. They asked if I could write something for them to consider. When I got home and was cutting the lawn (I get most of my story ideas in one of two places: the first is behind the lawnmower, the second I’ll save for the introduction of “Ptolemy”), a quiet simple story came to mind.

I wrote “The Doll Wagon” in just over a week - a new personal record. Now, evil dolls aren’t exactly new to the horror biz, but this seemed like an interesting take on the idea, and I think it came out as one of my best stories. It garnered some nice recognition in the field, including an Honorable Mention in the
Year’s Best Fantasy & Horror
. That’s always a nice thing to see.

 

The Doll Wagon

 

The Doll Wagon came on a warm night in July, rattling down Claisdale Avenue at nine o’clock. The sky glowed with a prolonged sunset, shimmering ultramarine between the rustling leaves of Maples and Oak. Claisdale Avenue was quiet, most of the children having run home at the call of their mothers or the switching-on of outside lights. Cars in driveways ticked away the days’ heat and living room windows cast the neighborhood in a soft, yellow glow.


Dolls!” shouted the woman in robes.

She pulled the cart behind her. Wind chimes tinkled. Pale white dolls swung from hooks and loops of string, in time with the turning of the large irregular wheels.


Dolls!” she called again. Her robes fell behind her, lost in the cart’s shadow. Black tousled hair fell across her shoulders, over the robe’s unused cowl. She seemed out of time, a peddler from another century lost in this quiet, modern suburb.

Faces peered nervously behind screen doors and over the backs of couches. They watched the pale woman walk slowly down the center of their street.


Dolls,” she called, loudly but with patience. On both sides of her cart, dolls of ages past mingled with those found in the local Toys R Us. They bounced and swung as if in dance, tiny blue eyes reflecting the window lights as they passed, searching out the faces behind the screens. Looking for a home.

 

* * *

 


I see one! I see one!” Megan was out the door before her mother could react.

Joanne hesitated, screen door held open, and watched her daughter run across the lawn towards the wagon. “Meg, come back here,” she shouted, but her call was without heart.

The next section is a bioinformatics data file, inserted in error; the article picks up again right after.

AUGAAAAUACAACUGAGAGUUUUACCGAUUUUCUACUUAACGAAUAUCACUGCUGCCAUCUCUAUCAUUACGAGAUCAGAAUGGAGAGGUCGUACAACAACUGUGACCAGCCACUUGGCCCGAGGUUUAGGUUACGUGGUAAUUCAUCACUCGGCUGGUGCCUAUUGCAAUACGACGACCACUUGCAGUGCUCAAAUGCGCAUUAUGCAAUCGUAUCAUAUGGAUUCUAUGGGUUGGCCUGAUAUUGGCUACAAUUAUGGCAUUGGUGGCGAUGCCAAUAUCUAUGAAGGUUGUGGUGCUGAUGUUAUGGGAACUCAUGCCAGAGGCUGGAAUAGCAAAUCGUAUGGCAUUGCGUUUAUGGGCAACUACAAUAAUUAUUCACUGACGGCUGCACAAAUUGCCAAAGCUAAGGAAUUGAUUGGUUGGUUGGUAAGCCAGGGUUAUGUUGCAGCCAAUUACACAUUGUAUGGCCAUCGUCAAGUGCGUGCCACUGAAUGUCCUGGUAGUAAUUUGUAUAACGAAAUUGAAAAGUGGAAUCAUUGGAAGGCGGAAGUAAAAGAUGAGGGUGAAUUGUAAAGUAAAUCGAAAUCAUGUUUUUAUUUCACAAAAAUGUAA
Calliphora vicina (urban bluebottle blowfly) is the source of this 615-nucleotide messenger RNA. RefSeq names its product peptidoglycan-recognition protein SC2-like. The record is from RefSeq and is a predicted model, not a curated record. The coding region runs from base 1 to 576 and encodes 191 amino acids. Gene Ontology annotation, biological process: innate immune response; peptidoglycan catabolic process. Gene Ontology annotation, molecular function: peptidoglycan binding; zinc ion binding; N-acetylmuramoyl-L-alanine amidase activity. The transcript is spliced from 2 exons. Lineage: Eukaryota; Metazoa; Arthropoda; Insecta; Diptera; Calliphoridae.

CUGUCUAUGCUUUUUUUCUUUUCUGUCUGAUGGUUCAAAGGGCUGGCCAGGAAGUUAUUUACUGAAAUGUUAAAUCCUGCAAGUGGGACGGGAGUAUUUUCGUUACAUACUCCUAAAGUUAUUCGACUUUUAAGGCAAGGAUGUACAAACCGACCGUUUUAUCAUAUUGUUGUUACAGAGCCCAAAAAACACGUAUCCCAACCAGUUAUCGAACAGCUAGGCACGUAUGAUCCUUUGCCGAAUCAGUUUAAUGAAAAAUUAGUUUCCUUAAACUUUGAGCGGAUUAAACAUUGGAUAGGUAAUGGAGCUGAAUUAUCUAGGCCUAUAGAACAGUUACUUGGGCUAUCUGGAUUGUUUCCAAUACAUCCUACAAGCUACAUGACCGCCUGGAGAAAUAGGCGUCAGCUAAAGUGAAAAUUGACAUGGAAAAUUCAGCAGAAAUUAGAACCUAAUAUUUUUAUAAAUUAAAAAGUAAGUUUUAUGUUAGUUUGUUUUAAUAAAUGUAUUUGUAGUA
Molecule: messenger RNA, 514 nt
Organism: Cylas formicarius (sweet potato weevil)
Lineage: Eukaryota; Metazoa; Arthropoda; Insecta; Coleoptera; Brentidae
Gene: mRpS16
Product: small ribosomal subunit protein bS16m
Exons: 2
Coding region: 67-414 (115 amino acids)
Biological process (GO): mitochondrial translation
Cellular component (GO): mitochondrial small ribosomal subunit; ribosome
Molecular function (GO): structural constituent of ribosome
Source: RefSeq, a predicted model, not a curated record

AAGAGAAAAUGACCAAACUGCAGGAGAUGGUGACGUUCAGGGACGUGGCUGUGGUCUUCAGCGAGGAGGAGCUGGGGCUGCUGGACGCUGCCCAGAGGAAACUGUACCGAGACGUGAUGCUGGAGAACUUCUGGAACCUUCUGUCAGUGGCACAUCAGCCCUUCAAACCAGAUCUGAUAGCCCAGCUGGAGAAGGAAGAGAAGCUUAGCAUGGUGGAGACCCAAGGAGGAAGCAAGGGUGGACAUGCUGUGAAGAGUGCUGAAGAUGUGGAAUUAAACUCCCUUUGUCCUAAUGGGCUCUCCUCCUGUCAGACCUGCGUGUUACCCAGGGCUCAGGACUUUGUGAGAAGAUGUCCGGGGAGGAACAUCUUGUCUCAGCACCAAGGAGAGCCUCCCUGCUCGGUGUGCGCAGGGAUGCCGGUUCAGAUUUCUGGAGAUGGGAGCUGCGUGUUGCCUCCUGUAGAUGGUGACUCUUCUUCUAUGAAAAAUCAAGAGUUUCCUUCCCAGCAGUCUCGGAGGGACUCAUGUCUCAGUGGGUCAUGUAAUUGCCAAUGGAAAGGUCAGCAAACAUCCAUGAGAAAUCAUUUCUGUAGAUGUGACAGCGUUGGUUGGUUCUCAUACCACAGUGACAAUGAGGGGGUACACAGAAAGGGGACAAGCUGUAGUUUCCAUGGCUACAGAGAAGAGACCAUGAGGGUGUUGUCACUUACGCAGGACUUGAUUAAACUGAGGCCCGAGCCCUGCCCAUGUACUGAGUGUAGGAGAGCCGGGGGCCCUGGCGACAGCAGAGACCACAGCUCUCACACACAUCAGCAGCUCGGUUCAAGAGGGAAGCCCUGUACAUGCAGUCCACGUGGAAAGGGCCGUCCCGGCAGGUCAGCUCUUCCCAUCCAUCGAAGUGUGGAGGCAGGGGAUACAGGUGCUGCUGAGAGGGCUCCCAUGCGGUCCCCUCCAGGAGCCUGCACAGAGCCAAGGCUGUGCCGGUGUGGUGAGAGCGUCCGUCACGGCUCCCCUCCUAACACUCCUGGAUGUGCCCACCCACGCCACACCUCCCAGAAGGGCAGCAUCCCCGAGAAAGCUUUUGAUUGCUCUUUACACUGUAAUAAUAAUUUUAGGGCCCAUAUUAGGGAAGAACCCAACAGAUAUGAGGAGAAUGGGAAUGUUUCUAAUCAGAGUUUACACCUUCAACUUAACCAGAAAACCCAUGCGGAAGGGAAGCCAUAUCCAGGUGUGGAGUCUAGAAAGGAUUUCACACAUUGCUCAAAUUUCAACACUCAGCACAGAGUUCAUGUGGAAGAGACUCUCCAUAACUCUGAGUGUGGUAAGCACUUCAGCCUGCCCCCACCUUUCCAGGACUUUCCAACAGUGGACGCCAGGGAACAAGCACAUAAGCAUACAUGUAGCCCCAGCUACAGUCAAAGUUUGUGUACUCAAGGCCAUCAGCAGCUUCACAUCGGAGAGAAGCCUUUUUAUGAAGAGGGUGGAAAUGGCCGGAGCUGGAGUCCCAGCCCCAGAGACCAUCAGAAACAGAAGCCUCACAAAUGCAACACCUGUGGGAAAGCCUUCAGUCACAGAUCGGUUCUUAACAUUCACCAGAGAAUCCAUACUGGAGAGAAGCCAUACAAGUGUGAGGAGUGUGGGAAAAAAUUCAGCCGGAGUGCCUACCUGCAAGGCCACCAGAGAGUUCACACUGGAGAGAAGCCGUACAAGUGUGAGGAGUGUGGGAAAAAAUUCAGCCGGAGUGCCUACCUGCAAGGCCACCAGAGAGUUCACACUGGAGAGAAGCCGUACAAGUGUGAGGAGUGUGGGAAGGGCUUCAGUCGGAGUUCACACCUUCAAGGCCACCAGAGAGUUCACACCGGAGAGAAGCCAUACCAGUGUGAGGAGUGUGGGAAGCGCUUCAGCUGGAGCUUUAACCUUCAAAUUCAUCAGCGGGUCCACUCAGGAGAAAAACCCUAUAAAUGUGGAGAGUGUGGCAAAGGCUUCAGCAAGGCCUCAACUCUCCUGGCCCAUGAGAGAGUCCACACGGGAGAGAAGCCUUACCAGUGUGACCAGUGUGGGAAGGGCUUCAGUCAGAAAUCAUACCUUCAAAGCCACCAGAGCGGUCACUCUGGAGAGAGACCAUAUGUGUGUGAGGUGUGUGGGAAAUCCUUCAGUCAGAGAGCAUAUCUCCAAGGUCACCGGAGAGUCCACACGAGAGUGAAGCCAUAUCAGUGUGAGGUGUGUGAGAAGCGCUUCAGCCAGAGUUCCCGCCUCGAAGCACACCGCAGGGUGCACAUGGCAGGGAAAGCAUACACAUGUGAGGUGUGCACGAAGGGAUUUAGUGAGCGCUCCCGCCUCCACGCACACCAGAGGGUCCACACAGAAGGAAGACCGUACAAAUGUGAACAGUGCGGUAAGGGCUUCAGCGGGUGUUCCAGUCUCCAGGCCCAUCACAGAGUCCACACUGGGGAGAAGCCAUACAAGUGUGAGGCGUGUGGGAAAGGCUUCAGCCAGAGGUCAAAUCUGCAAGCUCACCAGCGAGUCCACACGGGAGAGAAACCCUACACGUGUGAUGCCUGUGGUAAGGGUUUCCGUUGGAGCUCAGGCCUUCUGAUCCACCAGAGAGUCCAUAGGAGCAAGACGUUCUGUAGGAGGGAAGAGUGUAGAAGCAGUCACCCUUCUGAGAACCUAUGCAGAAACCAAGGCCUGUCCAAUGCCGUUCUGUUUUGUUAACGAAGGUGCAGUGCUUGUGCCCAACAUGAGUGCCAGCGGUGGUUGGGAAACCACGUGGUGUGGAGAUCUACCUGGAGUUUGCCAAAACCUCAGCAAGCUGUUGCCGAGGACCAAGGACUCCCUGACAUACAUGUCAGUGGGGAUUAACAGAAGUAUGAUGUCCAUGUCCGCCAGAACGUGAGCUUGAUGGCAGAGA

The wagon stopped. Its burden swung like living tassels. Joanne walked quickly down the two front steps and across the grass, following her daughter’s path. The woman in the robes knelt before Megan and smiled, reached up to where the little girl pointed, and handed her a chubby baby doll. Its skin matched that of the woman, shiny in the dim light.

As Joanne approached, she saw her neighbors at the edge of her vision. They moved cautiously over lawns, led by their children.

 

* * *

 


I’m going to call her Megan,” Megan said joyfully. William pulled the covers tight under her chin and that of her new doll.


But that’s your name,” he said.

Megan pulled the doll out from the covers and held it aloft. The toy face peered down, back into her own. “That’s why it’s a good name,” she said. Her voice had already taken on its pre-sleep sigh. William smiled and kissed his daughter on the cheek. He moved as Joanne came to the bedside.


Good night, Megan,” she said after her own kiss. Her daughter whispered her good night, never taking her eyes from the other Megan. Joanne stood back and watched the girl slowly lower her arms until the doll rested on her chest and nuzzled under her chin.

 

* * *

 


You’re sure you checked it out?” Joanne lifted the pot of decaf from the coffee maker. A late drop fizzled on the heating unit. “Nothing inside? And you washed the skin?”

William leaned on the edge of the sink and lightly played with his wife’s hair.


Yes,” he said. “I promise. I didn’t rip the dolls’ head off but I squeezed the body and its little legs and arms,” he moved his hands in a pantomime of his earlier search. “Nothing.”


Still, all of this is too weird.”

William returned his hand to Joanne’s hair. “I have to agree with you there. By the looks of the crowd, though, it’s a great idea. I mean, hell, when you came back inside I saw more people walking out across the street.” He looked past the kitchen towards the living room and added, “Kind of reminds me of when the ice cream truck comes by.”

Joanne didn’t reply at first, merely took a tentative sip of coffee and wandered towards the front door. William followed her and together they gazed into the street. The wagon, and its driver, had long moved on.